The Four Stories About Food Sovereignty project includes small-scale farmers and food producers, food-security workers, and researchers from four countries: Canada, Colombia, Jordan, and South Africa.
To better understand the geographic locations and meet some of the project participants, review the OVERVIEW pathway. See the participants and the settings by looking at the video clips and playlists on YouTube. You can find additional information via the links below.
By T’sou-ke First Nation
By Vancouver Island Wilderness and Historical Conservation
By Nations Online. General overview.
From Scholastic. A general overview.
From the BBC
From the BBC
From South African History Online.
Contains general information about South Africa’s different provinces, tourism attractions, wildlife, etc. A section on Limpopo province can be found here.
A brief survey of some of the most pressing economic issues in South Africa today.
Your local community will have various resources for education about food security, sustainable agriculture, and working toward food sovereignty.
Do you live on the south coast of British Columbia and want to make a difference? Here are some food-related organizations to connect with locally. Consider inviting these organizations to come and speak to your class. Your class might also want to partner with them to make a difference in your community.
Is this list missing an organization from your neighbourhood? We would like to include all of British Columbia on this list. Please contact us and let us know your suggestions!
CFRAIR is an organization committed to the celebration of, and access to, local, sustainable, and healthy food as well as healthy, equitable, and sustainable food systems in the Capitol Region. This organization participates in a variety of initiatives on topics like farmland and foodland advocacy, food literacy, and Indigenous Food Sovereignty, as well as offers resources such as readings, a podcast, and a video on topics related to racism and food, and the food system.
Launched in 2017 and partnering with a number of local grocery retailers, the Food Rescue Project has been redistributing over 2000kg of fresh food daily through the Food Security Distribution Centre feeding 35,000 food insecure individuals per month
A collaboration of over 40 non-profit agencies and stakeholders that offer food security initiatives in the Capital Region District. Overseeing projects such as the Food Rescue Project, Give Food Get Food, and Food Literacy program.
A program run by the Fernwood Neighbourhood Resource Group partnering with transition houses, community centres and indigenous communities, providing a biweekly supply of fresh fruits and veggies for a whole year to 200 food insecure families across greater Victoria. Every year, funds are raised for this program through a holiday fundraiser.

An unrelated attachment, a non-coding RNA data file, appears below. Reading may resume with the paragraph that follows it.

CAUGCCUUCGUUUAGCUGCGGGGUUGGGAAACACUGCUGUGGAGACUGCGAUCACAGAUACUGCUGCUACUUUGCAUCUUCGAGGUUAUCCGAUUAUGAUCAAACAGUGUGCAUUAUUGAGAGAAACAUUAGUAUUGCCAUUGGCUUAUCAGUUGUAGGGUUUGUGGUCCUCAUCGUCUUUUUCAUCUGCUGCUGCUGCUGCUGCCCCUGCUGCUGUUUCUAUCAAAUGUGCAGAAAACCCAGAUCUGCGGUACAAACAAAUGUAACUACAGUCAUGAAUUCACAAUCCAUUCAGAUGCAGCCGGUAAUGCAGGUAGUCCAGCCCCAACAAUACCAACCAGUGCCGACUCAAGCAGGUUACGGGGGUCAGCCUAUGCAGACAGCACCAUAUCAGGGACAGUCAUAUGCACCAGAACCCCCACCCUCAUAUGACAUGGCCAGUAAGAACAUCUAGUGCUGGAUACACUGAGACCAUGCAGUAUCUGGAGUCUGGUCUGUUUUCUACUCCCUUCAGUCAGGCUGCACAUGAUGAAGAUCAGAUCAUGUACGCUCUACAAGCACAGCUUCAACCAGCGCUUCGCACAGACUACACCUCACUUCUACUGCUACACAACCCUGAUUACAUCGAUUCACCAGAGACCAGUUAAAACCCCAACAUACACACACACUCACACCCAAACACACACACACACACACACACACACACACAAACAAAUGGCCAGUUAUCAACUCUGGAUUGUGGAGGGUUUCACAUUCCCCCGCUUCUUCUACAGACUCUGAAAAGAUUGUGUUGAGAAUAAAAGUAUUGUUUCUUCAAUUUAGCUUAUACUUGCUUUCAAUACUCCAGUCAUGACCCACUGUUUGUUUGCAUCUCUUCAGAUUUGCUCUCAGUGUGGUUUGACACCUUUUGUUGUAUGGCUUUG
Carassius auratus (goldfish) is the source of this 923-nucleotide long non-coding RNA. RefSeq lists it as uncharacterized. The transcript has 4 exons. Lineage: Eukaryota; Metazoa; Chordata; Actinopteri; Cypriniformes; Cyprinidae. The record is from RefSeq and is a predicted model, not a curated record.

A volunteer run organization that focuses on sharing food knowledge and practices in Greater Victoria. Projects include farm gleaning where unpicked farm produce is harvested by volunteers and donated to the Food Rescue Project, the Fruit Tree Project – unpicked fruit trees are maintained and picked with produce being divided between volunteers and food insecure community members, as well as maintaining the Victoria seed library where seeds are collected and swapped free of charge among community members. LifeCycles also maintained the Urban Learning Garden in downtown Victoria.
In response to the COVID-19, the Food Eco District (FED) provided 514 start up garden kits free of charge to individuals and families affected by the pandemic. The start-up kit included 2 - 5 round planters, soil, starter plants, seeds, initial consult and assistance and access to a gardening web-series. FED also maintains 31 urban gardens throughout downtown Victoria.
One Planet Saanich provides a simple framework of ten simple principles, from health and happiness and sustainable food to zero carbon energy, to help create sustainability and drive change. OPS works with municipalities, organizations, businesses, schools and other community groups in Canada (Saanich), Denmark (Elsinore), South Africa (Durban) and the UK (Oxfordshire).
Started in April 2020 to meet the rising needs of COVID-19 and the associated economic hardship. Red Cedar café is a non-profit, community meal program run by volunteers offering a pay-what-you-can meal service to seniors, those in self-isolation or home bound and other people in need. Meals are available for delivery or pick up and either frozen or fresh.